“A lot of people use the term ‘nurse midwife’ incorrectly,” said Becky Bagley, a clinical associate professor of nursing and director of ECU’s nurse midwifery program. Certified nurse midwives are registered nurses with advanced level degrees, training and preparation in miwifery. They provide primary care to women.

Only 11 of the state’s 250 nurse midwives actually deliver babies in a home setting, Bagley said. They work mostly in large hospitals and medical centers like Vidant and others, as part of a care delivery team. Many are delivery room nurses in addition to being midwives, she said.

Nurse midwives are able to provide health care to women throughout their lives, not just during pregnancy and birth, but right into the menopause years, said Pamela Reis, a doctoral assistant professor of nursing and nurse midwifery at ECU and a board certified nurse practitioner.

The numbers surrounding women’s gynecological and obstetrical health care underscore the need for more of them, Reis said.

Of North Carolina’s 100 counties, 31 have no access to an obstetrics and gynecology provider, with 11 more having only one or two such providers, and 47 counties have no access to nurse midwives, she said. Nurse midwives currently attend about 12 percent of all vaginal births in North Carolina.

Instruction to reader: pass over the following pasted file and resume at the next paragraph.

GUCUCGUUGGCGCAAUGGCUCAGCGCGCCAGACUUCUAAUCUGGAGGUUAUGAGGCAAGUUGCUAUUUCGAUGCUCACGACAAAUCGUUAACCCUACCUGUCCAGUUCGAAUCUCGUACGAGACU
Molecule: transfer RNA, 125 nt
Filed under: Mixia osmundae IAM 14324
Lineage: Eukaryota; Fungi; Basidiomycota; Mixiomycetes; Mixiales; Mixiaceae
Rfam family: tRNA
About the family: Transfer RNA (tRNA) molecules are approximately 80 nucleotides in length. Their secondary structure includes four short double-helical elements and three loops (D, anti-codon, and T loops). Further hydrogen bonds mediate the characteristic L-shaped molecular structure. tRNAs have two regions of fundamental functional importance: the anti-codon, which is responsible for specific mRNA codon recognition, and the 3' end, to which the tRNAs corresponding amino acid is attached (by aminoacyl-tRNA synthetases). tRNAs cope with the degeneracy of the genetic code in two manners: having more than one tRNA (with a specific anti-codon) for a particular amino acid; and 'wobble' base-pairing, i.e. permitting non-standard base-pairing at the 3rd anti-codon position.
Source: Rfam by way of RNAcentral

“That’s not nearly enough to meet women’s needs,” Reis said. “The shockingly high infant mortality rates in eastern North Carolina while the rest of the state is showing decreases indicates that there is a huge need here,” she said.

Nurse midwifery is beginning to make inroads toward national recognition as effective quality primary care through programs like the one at ECU. They fit into the larger role nursing is called to play in health care reform, Reis said.

One of four key findings of a 2010 report by the Robert Wood Johnson Foundation and the Institute of Medicine called for full partnership among nurses, physicians and other health care professionals in redesigning health care in the United States.

“We’re now demonstrating that the quality of outcomes in patient care is better when there is a collaborative effort in designing care,” Reis said.

The American College of Obstetrics and Gynecology supports nurse midwives becoming their primary care partners in caring for women, she said, and collaboration among professionals is the ideal way to combine resources while health care reformers are trying to figure out how to increase access to quality health care in a the most cost-efficient way possible.

The ECU nurse midwifery program has its program online in hope of reaching potential students in the more rural areas of the state who can stay in those areas and provide services to the population with which they are familiar, Bagley said.

Nurse midwives can operate as self-sufficient businesses, and the ECU program tries to help in that area by offering an online “mini-business institute,” teaching them how to develop either an independent practice or work within a physician practice.